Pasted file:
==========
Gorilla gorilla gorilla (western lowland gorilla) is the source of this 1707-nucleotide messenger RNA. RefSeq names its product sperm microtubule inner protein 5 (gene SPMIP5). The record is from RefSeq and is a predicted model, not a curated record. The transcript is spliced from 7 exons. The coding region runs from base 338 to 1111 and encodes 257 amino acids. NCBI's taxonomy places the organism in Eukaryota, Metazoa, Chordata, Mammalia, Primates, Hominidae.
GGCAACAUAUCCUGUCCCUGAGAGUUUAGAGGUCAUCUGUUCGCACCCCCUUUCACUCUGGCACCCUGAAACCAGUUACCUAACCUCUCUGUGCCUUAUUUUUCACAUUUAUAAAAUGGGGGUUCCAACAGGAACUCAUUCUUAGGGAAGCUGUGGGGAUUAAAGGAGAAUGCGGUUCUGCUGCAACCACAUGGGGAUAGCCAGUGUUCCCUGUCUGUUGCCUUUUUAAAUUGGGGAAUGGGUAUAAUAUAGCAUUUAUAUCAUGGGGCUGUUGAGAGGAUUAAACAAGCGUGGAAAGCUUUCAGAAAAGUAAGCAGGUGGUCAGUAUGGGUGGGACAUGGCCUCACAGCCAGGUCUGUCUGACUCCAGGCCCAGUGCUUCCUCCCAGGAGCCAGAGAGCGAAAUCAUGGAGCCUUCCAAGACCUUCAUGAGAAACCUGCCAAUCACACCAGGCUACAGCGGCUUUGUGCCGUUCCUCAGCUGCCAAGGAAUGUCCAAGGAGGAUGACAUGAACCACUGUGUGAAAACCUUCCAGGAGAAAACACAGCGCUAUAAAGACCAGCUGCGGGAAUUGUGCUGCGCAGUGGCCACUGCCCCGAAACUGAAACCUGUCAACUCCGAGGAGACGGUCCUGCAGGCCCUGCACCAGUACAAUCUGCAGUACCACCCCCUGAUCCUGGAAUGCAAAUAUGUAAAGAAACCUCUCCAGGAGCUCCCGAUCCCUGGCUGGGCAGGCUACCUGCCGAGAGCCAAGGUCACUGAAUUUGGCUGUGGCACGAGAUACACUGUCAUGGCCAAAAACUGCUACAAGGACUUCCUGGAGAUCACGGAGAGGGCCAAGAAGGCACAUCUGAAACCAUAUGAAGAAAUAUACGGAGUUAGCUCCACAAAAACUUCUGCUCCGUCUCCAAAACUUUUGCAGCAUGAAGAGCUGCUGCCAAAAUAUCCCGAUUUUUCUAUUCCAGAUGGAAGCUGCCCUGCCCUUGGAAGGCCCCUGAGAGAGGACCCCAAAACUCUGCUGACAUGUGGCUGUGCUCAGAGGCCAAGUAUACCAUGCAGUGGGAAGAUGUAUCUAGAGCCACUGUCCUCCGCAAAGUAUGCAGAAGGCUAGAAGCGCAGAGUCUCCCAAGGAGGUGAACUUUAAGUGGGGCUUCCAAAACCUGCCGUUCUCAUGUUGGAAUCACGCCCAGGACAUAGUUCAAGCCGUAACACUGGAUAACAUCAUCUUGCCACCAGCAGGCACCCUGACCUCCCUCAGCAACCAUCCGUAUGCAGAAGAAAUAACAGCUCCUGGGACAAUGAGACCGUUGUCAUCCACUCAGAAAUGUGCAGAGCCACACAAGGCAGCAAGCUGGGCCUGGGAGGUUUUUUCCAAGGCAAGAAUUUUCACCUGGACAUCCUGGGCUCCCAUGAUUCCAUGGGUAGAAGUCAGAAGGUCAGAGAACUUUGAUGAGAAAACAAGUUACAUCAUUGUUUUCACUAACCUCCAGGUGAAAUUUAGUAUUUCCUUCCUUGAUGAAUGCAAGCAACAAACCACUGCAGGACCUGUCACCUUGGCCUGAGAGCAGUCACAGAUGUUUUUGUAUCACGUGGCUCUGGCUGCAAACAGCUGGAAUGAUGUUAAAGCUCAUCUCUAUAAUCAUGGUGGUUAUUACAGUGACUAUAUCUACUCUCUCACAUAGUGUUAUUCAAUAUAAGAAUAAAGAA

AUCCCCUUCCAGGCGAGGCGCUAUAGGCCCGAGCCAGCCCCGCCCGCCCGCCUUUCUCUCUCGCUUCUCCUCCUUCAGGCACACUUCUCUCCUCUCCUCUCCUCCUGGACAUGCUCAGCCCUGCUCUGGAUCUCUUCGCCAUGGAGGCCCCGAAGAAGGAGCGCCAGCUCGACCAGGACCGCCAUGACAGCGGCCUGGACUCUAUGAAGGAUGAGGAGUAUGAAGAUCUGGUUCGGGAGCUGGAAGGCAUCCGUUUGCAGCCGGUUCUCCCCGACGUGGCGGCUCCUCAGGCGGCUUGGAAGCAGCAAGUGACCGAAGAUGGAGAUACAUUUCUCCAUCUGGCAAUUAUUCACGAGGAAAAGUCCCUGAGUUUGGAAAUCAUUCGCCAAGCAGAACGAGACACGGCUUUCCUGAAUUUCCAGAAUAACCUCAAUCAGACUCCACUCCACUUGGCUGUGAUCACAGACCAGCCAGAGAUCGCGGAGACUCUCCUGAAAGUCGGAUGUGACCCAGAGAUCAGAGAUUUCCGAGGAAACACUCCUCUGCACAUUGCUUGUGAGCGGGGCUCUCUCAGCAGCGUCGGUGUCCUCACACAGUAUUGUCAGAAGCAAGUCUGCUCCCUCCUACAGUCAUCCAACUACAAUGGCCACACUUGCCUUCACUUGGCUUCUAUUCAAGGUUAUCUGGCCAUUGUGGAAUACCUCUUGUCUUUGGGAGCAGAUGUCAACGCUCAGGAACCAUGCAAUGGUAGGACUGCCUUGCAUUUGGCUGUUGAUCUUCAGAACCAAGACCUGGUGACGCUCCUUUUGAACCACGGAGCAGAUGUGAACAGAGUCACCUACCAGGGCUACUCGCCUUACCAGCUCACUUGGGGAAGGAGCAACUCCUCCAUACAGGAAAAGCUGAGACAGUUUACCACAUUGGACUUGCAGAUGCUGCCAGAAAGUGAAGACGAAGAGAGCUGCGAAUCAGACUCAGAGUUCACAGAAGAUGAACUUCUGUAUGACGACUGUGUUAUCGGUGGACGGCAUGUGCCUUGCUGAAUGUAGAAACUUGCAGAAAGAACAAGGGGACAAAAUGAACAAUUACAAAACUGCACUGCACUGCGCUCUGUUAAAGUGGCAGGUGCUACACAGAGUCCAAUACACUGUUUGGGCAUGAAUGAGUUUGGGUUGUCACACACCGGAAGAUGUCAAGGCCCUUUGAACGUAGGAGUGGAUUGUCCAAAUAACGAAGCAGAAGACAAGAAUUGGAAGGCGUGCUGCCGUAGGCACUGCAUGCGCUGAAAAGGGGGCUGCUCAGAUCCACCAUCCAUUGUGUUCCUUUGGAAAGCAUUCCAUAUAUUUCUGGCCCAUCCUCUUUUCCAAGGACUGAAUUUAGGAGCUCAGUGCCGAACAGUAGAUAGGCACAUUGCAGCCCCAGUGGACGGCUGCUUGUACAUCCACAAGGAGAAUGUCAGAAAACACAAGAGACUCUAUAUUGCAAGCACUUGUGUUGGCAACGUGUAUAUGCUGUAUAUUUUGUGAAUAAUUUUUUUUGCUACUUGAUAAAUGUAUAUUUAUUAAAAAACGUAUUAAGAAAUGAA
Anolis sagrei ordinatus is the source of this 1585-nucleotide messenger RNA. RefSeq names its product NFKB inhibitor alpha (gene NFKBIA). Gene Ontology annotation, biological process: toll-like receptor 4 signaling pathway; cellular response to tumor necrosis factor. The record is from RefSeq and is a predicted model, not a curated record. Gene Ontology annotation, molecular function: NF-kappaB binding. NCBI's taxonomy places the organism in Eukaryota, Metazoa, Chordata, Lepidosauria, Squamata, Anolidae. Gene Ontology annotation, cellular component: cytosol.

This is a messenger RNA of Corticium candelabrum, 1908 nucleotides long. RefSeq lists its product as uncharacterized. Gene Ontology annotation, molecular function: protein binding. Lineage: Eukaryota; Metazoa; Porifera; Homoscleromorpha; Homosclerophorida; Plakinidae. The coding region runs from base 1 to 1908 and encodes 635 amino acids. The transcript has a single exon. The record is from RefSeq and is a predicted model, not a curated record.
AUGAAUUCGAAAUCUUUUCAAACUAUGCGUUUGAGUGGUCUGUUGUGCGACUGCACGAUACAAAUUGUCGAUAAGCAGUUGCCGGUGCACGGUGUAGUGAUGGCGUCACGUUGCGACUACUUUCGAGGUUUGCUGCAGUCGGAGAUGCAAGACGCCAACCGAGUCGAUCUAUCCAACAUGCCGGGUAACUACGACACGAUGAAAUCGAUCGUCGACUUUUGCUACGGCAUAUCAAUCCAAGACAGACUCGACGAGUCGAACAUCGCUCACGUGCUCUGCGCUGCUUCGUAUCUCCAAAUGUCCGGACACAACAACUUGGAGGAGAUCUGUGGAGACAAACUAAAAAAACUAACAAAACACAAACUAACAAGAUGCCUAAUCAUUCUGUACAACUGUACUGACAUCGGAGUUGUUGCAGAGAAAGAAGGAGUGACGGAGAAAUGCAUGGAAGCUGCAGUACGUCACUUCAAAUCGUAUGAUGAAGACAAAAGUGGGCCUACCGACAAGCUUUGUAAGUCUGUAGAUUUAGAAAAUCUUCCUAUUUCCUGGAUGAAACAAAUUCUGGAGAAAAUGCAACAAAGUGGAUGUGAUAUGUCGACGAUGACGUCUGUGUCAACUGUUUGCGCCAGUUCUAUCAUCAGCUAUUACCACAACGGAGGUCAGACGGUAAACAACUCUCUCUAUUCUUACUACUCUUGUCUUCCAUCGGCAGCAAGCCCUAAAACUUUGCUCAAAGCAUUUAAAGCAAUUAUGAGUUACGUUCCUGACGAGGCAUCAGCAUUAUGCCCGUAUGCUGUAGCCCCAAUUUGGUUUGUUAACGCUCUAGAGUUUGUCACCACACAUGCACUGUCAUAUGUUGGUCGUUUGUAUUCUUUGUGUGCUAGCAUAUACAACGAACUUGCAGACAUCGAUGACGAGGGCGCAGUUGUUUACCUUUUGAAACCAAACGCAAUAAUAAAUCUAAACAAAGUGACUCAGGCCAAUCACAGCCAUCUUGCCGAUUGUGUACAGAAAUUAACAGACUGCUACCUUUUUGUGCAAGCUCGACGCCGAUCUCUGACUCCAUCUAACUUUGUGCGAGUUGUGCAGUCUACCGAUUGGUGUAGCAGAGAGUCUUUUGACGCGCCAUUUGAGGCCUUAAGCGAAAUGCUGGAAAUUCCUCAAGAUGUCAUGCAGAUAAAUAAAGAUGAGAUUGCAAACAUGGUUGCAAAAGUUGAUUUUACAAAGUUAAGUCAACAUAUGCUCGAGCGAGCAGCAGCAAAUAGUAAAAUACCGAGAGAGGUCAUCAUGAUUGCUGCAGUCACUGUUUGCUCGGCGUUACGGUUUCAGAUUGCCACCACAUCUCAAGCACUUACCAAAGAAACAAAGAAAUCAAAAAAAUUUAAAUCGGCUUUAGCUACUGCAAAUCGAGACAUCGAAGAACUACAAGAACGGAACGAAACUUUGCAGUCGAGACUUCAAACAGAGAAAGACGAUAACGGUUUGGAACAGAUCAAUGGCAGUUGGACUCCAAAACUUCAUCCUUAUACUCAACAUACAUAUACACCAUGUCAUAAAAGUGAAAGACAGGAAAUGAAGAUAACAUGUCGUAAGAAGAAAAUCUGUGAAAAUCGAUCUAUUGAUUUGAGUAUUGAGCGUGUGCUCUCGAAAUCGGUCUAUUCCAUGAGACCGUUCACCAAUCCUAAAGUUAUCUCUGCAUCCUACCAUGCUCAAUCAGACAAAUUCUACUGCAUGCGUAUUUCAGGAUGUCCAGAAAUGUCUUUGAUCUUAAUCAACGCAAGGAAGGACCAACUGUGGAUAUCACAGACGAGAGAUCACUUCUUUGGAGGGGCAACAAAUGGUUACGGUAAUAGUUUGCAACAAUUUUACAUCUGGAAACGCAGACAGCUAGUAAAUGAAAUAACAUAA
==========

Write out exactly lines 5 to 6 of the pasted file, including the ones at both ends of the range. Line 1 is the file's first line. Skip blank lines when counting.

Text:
This is a messenger RNA of Corticium candelabrum, 1908 nucleotides long. RefSeq lists its product as uncharacterized. Gene Ontology annotation, molecular function: protein binding. Lineage: Eukaryota; Metazoa; Porifera; Homoscleromorpha; Homosclerophorida; Plakinidae. The coding region runs from base 1 to 1908 and encodes 635 amino acids. The transcript has a single exon. The record is from RefSeq and is a predicted model, not a curated record.
AUGAAUUCGAAAUCUUUUCAAACUAUGCGUUUGAGUGGUCUGUUGUGCGACUGCACGAUACAAAUUGUCGAUAAGCAGUUGCCGGUGCACGGUGUAGUGAUGGCGUCACGUUGCGACUACUUUCGAGGUUUGCUGCAGUCGGAGAUGCAAGACGCCAACCGAGUCGAUCUAUCCAACAUGCCGGGUAACUACGACACGAUGAAAUCGAUCGUCGACUUUUGCUACGGCAUAUCAAUCCAAGACAGACUCGACGAGUCGAACAUCGCUCACGUGCUCUGCGCUGCUUCGUAUCUCCAAAUGUCCGGACACAACAACUUGGAGGAGAUCUGUGGAGACAAACUAAAAAAACUAACAAAACACAAACUAACAAGAUGCCUAAUCAUUCUGUACAACUGUACUGACAUCGGAGUUGUUGCAGAGAAAGAAGGAGUGACGGAGAAAUGCAUGGAAGCUGCAGUACGUCACUUCAAAUCGUAUGAUGAAGACAAAAGUGGGCCUACCGACAAGCUUUGUAAGUCUGUAGAUUUAGAAAAUCUUCCUAUUUCCUGGAUGAAACAAAUUCUGGAGAAAAUGCAACAAAGUGGAUGUGAUAUGUCGACGAUGACGUCUGUGUCAACUGUUUGCGCCAGUUCUAUCAUCAGCUAUUACCACAACGGAGGUCAGACGGUAAACAACUCUCUCUAUUCUUACUACUCUUGUCUUCCAUCGGCAGCAAGCCCUAAAACUUUGCUCAAAGCAUUUAAAGCAAUUAUGAGUUACGUUCCUGACGAGGCAUCAGCAUUAUGCCCGUAUGCUGUAGCCCCAAUUUGGUUUGUUAACGCUCUAGAGUUUGUCACCACACAUGCACUGUCAUAUGUUGGUCGUUUGUAUUCUUUGUGUGCUAGCAUAUACAACGAACUUGCAGACAUCGAUGACGAGGGCGCAGUUGUUUACCUUUUGAAACCAAACGCAAUAAUAAAUCUAAACAAAGUGACUCAGGCCAAUCACAGCCAUCUUGCCGAUUGUGUACAGAAAUUAACAGACUGCUACCUUUUUGUGCAAGCUCGACGCCGAUCUCUGACUCCAUCUAACUUUGUGCGAGUUGUGCAGUCUACCGAUUGGUGUAGCAGAGAGUCUUUUGACGCGCCAUUUGAGGCCUUAAGCGAAAUGCUGGAAAUUCCUCAAGAUGUCAUGCAGAUAAAUAAAGAUGAGAUUGCAAACAUGGUUGCAAAAGUUGAUUUUACAAAGUUAAGUCAACAUAUGCUCGAGCGAGCAGCAGCAAAUAGUAAAAUACCGAGAGAGGUCAUCAUGAUUGCUGCAGUCACUGUUUGCUCGGCGUUACGGUUUCAGAUUGCCACCACAUCUCAAGCACUUACCAAAGAAACAAAGAAAUCAAAAAAAUUUAAAUCGGCUUUAGCUACUGCAAAUCGAGACAUCGAAGAACUACAAGAACGGAACGAAACUUUGCAGUCGAGACUUCAAACAGAGAAAGACGAUAACGGUUUGGAACAGAUCAAUGGCAGUUGGACUCCAAAACUUCAUCCUUAUACUCAACAUACAUAUACACCAUGUCAUAAAAGUGAAAGACAGGAAAUGAAGAUAACAUGUCGUAAGAAGAAAAUCUGUGAAAAUCGAUCUAUUGAUUUGAGUAUUGAGCGUGUGCUCUCGAAAUCGGUCUAUUCCAUGAGACCGUUCACCAAUCCUAAAGUUAUCUCUGCAUCCUACCAUGCUCAAUCAGACAAAUUCUACUGCAUGCGUAUUUCAGGAUGUCCAGAAAUGUCUUUGAUCUUAAUCAACGCAAGGAAGGACCAACUGUGGAUAUCACAGACGAGAGAUCACUUCUUUGGAGGGGCAACAAAUGGUUACGGUAAUAGUUUGCAACAAUUUUACAUCUGGAAACGCAGACAGCUAGUAAAUGAAAUAACAUAA